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Like A Good Neighbor

How a button factory gave rise to a Bangladeshi community in Hudson—and how a local arts activist is helping that community cope now that the factory has closed

By Mike Greenhaus

Button down: The shuttered Emsig factory. Photo by Andrea Fischman

Walking though the streets of Hudson’s north side, you’d think Shershah Mizanurrahman has lived here his entire life. Shershah smiles at his mailwoman, waves to his neighbors and maneuvers through the city’s backstreets like a seasoned tour guide. But for almost a year and a half, this relatively low-rent neighborhood is almost all Shershah knew of this increasingly popular Columbia County city, which has been transformed in recent years by second-homeowners, tourists and the more than 70 antique shops that line Warren Street. Since coming to the United States in December 2000, Shershah has walked the streets of Hudson’s north side every day, sometimes to visit his Bangladeshi neighbors, and other times to work at the Emsig Button Factory, the manufacturing giant that brought the native Bangladeshi to America. “When I was in Bangladesh, my uncle told me about Emsig,” Shershah says. “He helped me get a job here, and he got me an apartment three months before I even came to Hudson. For three months I was paying rent on an apartment I wasn’t living in.”

Like his uncle before him, Shershah was lured to Hudson by the prospect of working in the button factory. Throughout the 1990s, the company made an effort to bring Bangladeshi workers to its Hudson plant, a campaign that created a subculture of more than 200 Bangladeshi. With Emsig acting as the glue that kept the Bangladeshi community together, Shershah settled quickly into Hudson’s daily life. Within a week of arriving in America, Shershah landed a job at the button company, and along with 76 of his Bangladeshi neighbors, walked the daily, mile-long route through Hudson’s north side to the Emsig factory, located on the outskirts of town. With work so easy to come by and their community in place, the Bangladeshis essentially were protected from the cultural barriers many immigrants struggle to overcome.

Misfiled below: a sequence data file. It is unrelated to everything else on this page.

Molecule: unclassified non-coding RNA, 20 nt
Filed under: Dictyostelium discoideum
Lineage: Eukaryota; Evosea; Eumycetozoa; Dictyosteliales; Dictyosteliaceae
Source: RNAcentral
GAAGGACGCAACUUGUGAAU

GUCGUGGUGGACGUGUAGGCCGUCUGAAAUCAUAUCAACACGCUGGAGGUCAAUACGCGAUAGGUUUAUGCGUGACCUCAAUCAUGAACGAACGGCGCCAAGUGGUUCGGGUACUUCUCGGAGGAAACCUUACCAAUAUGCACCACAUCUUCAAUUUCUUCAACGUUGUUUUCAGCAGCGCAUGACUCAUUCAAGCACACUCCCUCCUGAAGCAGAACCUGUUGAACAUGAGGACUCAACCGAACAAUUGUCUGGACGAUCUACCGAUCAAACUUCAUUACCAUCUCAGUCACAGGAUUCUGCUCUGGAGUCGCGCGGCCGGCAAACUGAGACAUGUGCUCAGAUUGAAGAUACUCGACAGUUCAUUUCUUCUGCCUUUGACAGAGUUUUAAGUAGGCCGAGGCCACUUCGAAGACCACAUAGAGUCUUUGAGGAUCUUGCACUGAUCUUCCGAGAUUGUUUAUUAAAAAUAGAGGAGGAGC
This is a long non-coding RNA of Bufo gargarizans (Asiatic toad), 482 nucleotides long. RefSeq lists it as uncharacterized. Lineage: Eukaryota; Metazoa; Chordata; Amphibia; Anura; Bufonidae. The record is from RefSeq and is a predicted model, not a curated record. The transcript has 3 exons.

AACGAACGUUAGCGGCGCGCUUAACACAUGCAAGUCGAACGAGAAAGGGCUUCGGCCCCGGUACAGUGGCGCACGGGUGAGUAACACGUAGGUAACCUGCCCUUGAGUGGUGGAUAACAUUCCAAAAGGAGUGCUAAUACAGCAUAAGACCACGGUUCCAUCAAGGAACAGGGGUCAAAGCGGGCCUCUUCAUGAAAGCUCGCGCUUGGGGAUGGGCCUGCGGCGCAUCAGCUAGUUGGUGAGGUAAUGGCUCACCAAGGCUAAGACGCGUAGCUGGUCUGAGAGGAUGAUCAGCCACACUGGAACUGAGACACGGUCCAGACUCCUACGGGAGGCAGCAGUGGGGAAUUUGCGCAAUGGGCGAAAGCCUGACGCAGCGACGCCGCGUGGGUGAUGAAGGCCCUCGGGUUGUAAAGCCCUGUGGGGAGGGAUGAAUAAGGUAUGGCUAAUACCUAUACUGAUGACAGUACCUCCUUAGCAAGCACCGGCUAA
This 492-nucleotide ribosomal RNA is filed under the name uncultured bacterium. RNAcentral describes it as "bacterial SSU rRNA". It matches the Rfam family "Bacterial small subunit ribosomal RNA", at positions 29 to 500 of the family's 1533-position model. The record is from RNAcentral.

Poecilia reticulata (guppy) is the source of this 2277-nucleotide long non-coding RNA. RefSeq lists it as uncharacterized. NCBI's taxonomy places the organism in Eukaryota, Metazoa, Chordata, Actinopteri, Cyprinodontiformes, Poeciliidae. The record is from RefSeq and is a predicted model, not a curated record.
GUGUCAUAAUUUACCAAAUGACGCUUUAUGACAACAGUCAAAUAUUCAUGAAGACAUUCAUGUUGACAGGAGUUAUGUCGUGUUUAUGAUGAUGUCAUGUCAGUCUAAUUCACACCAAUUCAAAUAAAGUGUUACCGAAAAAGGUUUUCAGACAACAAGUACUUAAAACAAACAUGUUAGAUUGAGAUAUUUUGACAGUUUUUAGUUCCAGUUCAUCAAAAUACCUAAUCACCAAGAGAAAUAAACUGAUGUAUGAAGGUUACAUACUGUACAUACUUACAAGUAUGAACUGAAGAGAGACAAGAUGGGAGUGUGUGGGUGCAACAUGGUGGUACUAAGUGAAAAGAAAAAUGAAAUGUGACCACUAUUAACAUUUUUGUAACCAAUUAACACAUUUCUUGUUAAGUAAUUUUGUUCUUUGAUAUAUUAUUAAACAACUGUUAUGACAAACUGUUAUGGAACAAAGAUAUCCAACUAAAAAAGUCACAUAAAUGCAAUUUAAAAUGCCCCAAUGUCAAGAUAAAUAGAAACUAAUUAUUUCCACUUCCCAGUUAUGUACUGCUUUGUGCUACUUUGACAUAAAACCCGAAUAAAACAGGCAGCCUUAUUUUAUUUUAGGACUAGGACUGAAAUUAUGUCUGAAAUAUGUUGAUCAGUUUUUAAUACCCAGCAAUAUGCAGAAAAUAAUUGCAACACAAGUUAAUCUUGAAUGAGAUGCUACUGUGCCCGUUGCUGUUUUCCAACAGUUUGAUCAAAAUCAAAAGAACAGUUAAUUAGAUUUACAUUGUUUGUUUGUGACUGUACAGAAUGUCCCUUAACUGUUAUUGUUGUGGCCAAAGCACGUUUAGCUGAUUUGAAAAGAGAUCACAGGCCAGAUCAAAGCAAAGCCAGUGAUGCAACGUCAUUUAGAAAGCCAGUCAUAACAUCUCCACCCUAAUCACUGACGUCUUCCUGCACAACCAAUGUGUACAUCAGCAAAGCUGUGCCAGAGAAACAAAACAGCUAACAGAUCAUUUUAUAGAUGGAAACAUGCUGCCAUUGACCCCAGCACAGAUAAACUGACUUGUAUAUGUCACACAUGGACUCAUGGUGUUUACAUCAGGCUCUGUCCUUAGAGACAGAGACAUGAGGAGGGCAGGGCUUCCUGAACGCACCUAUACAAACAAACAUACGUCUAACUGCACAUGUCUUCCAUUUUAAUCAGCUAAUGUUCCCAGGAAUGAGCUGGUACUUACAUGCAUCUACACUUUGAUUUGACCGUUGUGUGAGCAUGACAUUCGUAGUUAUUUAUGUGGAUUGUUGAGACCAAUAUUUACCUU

But then, the Bangladeshi immigrants’ world of buttons started to come undone. Throughout the summer of 2001, Shershah says, he heard mumblings of Emsig’s impending closure. On Sept. 6, Shershah was part of the first wave of employees the company laid off, leaving the 34-year-old uncertain about his future in Hudson. By February, Emsig had closed its Hudson plant, and an entire community of Bangladeshi was stranded, barely visible to the rest of the community and worlds apart from the antique shops and weekenders of Warren Street.

“For a while I thought I might have to leave Hudson,” Shershah says. “When there aren’t jobs, people start to leave. It’s hard to work outside of Hudson because we don’t have cars. A few people have moved to New York City.”

For a brief time before he was laid off, Shershah seemed to be living the American dream. Short, skinny, and often smiling, Shershah beams when he recalls the strange path that took him from Bangladesh to Hudson.

Almost two years ago, Shershah’s wife, Zulekha Akther, was selected to come to America through a Bangladeshi emigration lottery system. In December 2000, the couple arrived at JFK airport, and that afternoon they traveled to Hudson. Less then a week later, Shershah and Jahangir were hired by Emsig, and in June 2001 the couple had their first child. Unlike many Bangladehsi immigrants who choose to try their luck amid the bustle of New York City, Shershah enjoyed Hudson’s quiet life and the close-knit Bangladeshi community that had carved a niche in the city’s affordable north side.

“Bangladesh is a very poor country,” Shershah says, as he reminisces about his homeland. Shershah is fond of his country, but was grateful to escape its political and economic troubles.

Dressed in soft black pants and a blue shirt clasped together by two large buttons, Shershah seems surprisingly untroubled as he walks through the empty parking lot of the Emsig factory. A long, meandering road connects the now-shuttered plant to the rest of the city’s north side, as if to deter strangers from wandering into the factory’s lonely shadow. The low-rise building sits like a citadel at the end of the long driveway, overlooking a few barren fields and weathered buildings. Though not far in distance to the pricey antique shops of Warren Street, the factory site seems almost to inhabit a different planet.

Based on the strong work ethic of a few Bangladeshi men who traveled to Hudson in 1991, Emsig actively recruited workers like Shershah for a decade. Through bulletin-board postings and word of mouth, workers came from Bangladesh to Hudson, carving their own niche within the city’s population of 7,500. As more and more families settled and new children were born, the Bangladeshi community grew to more than 200 people.